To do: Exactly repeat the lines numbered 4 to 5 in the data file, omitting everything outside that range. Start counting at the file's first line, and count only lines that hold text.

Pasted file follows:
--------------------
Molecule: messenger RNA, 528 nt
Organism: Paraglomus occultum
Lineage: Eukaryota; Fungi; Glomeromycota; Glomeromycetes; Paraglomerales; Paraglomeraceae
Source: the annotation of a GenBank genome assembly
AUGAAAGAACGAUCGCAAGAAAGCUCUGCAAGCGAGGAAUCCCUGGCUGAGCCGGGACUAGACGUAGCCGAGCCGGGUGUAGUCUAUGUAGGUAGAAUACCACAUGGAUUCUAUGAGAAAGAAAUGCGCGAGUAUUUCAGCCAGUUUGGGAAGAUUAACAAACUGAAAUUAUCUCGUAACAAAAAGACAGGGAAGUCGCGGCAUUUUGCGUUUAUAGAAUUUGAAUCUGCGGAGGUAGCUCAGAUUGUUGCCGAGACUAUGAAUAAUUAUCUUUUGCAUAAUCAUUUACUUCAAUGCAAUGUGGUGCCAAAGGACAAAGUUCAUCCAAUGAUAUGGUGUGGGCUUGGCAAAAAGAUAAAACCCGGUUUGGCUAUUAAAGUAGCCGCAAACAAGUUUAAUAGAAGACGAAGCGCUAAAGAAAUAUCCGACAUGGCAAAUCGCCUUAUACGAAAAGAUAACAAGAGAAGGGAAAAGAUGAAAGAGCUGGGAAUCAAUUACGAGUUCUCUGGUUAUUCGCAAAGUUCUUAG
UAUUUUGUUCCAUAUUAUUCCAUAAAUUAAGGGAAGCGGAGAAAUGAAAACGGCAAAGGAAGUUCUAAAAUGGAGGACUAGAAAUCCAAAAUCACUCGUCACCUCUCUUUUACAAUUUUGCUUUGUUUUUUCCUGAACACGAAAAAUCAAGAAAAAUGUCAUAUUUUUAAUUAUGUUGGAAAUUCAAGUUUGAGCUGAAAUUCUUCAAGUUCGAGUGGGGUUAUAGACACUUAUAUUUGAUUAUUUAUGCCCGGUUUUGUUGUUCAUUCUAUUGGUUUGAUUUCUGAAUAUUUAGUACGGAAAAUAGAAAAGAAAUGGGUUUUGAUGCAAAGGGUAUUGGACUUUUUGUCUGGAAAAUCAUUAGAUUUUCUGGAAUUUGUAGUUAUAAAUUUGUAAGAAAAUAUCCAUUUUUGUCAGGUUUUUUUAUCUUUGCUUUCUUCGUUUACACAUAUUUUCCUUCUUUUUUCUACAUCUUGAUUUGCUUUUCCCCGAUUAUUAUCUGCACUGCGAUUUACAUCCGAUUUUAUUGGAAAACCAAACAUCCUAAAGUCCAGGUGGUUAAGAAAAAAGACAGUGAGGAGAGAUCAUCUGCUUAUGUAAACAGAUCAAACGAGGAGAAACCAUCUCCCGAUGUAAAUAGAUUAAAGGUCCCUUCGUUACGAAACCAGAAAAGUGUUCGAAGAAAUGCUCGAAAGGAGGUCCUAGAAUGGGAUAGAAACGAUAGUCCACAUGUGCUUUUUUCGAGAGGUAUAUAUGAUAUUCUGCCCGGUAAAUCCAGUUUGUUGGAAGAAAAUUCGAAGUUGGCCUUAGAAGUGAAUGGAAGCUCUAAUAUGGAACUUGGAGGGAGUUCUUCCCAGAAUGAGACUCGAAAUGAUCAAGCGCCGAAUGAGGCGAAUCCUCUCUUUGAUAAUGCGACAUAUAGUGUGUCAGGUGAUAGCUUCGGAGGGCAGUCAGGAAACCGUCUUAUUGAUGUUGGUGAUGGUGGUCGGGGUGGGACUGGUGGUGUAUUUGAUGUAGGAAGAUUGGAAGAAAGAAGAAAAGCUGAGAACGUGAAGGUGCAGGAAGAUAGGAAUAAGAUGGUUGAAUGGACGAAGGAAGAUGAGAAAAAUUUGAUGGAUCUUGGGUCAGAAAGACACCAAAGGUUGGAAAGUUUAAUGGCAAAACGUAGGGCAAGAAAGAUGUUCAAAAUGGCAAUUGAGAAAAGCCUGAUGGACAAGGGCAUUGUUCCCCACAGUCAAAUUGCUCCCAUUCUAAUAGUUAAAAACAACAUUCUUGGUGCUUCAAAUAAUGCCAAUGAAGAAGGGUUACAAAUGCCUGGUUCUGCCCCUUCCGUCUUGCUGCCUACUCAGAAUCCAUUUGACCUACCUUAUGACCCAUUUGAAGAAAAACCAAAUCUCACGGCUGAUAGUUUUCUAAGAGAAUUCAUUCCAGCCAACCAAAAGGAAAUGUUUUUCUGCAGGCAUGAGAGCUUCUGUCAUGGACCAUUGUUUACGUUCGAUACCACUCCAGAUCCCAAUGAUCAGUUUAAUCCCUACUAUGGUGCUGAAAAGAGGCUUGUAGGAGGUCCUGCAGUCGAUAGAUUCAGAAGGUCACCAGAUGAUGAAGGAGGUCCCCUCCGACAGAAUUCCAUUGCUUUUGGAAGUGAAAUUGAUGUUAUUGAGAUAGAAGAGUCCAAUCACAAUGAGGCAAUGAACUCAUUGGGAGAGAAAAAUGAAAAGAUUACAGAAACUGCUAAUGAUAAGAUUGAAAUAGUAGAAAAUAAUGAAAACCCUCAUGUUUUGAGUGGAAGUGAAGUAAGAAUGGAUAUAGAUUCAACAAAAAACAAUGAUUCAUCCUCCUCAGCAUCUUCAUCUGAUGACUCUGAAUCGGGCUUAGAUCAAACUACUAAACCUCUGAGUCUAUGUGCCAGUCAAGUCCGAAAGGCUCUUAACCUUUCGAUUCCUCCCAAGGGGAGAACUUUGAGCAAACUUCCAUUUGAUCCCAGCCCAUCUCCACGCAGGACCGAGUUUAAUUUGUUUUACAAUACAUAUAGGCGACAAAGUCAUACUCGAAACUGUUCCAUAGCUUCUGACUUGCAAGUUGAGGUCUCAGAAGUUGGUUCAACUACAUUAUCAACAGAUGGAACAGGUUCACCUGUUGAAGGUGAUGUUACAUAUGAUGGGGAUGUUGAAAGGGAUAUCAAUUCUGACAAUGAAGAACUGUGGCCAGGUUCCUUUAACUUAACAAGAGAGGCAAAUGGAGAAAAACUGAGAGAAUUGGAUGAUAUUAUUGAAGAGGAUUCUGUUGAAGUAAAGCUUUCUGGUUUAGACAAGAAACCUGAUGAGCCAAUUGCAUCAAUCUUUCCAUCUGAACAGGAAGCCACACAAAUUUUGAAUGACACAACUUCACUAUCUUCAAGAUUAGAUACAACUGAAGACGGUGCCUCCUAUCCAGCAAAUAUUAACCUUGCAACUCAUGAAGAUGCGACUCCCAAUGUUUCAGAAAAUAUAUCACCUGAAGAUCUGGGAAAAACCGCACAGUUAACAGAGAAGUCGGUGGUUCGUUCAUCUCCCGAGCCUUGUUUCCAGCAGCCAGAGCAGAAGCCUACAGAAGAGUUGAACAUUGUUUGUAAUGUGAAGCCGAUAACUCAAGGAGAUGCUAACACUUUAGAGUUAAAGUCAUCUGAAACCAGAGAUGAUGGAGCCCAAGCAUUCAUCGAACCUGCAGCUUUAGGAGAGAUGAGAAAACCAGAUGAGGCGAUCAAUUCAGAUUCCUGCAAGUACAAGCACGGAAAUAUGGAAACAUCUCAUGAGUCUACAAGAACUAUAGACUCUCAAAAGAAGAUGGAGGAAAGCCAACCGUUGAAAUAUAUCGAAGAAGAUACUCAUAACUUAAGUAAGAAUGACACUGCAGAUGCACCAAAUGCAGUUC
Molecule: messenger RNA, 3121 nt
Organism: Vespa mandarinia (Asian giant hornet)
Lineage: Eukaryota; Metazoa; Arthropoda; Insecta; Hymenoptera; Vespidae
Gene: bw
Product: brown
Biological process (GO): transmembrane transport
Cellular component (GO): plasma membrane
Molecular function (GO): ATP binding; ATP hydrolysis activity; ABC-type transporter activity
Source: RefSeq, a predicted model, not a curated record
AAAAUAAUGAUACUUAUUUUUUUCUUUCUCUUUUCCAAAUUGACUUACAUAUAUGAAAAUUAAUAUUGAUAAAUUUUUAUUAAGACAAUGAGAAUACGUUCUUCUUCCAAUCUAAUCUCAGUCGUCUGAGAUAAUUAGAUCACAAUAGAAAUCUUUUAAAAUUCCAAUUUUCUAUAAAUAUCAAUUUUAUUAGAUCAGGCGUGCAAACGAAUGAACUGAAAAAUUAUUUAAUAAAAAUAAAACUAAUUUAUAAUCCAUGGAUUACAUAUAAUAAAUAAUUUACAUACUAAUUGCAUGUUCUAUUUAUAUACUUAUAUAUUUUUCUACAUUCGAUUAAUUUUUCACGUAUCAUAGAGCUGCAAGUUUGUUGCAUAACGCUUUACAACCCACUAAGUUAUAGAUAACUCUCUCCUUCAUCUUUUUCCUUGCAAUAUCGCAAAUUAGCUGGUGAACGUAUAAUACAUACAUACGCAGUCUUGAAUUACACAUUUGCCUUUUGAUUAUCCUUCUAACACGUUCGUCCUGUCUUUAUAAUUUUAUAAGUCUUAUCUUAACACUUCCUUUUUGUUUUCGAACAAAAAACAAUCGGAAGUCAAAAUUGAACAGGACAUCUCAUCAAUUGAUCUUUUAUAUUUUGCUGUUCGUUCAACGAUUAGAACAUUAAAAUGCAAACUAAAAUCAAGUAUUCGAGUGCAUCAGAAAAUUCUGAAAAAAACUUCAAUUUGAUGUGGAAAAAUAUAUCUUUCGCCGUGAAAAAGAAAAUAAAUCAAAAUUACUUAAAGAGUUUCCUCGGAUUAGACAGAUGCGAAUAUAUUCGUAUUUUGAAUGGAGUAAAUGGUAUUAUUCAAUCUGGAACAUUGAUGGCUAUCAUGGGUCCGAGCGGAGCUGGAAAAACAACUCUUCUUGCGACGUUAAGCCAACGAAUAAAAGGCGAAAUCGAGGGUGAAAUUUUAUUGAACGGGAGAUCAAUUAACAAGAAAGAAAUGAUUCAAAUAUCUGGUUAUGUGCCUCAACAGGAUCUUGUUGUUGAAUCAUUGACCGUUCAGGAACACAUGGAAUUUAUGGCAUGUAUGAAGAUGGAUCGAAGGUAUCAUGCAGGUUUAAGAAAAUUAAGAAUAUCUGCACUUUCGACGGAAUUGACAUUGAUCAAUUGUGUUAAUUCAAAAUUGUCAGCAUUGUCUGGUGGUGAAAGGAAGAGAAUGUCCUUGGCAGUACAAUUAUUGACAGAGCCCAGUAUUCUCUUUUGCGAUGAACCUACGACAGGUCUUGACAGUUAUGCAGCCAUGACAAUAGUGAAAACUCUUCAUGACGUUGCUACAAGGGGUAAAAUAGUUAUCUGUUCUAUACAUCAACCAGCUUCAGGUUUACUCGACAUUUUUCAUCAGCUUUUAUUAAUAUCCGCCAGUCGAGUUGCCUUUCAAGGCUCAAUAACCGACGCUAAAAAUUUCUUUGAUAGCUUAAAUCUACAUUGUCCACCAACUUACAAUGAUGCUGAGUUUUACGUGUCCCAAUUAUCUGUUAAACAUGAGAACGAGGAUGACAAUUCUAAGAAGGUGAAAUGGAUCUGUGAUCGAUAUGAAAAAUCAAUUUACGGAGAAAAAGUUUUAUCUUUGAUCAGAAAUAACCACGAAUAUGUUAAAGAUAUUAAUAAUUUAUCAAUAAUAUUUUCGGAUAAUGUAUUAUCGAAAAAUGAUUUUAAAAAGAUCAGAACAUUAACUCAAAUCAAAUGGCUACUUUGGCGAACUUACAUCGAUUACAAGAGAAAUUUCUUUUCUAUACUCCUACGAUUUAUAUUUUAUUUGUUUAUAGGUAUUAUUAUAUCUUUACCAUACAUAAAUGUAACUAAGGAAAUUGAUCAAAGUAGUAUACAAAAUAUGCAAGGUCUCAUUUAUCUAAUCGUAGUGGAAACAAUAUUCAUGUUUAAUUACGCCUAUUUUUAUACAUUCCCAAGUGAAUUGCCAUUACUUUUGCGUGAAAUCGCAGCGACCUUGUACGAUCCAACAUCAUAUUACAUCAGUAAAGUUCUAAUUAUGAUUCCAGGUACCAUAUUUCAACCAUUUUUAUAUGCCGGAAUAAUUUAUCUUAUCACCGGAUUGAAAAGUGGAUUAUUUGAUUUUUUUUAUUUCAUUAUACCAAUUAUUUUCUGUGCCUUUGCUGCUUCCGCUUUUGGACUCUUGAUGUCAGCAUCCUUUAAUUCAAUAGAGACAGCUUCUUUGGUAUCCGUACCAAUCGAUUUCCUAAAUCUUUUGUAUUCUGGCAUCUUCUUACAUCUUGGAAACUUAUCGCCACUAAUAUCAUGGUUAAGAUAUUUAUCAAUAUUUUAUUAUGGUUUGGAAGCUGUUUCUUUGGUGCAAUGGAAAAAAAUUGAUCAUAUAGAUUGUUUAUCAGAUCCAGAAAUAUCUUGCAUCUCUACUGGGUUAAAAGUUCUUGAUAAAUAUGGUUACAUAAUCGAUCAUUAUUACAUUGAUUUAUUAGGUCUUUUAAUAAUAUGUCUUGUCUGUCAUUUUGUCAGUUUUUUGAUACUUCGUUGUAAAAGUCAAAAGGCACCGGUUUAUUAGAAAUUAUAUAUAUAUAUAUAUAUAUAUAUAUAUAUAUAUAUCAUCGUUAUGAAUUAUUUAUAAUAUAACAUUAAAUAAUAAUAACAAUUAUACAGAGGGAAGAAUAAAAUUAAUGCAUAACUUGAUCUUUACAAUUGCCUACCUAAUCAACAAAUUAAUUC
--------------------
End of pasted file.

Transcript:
Source: the annotation of a GenBank genome assembly
AUGAAAGAACGAUCGCAAGAAAGCUCUGCAAGCGAGGAAUCCCUGGCUGAGCCGGGACUAGACGUAGCCGAGCCGGGUGUAGUCUAUGUAGGUAGAAUACCACAUGGAUUCUAUGAGAAAGAAAUGCGCGAGUAUUUCAGCCAGUUUGGGAAGAUUAACAAACUGAAAUUAUCUCGUAACAAAAAGACAGGGAAGUCGCGGCAUUUUGCGUUUAUAGAAUUUGAAUCUGCGGAGGUAGCUCAGAUUGUUGCCGAGACUAUGAAUAAUUAUCUUUUGCAUAAUCAUUUACUUCAAUGCAAUGUGGUGCCAAAGGACAAAGUUCAUCCAAUGAUAUGGUGUGGGCUUGGCAAAAAGAUAAAACCCGGUUUGGCUAUUAAAGUAGCCGCAAACAAGUUUAAUAGAAGACGAAGCGCUAAAGAAAUAUCCGACAUGGCAAAUCGCCUUAUACGAAAAGAUAACAAGAGAAGGGAAAAGAUGAAAGAGCUGGGAAUCAAUUACGAGUUCUCUGGUUAUUCGCAAAGUUCUUAG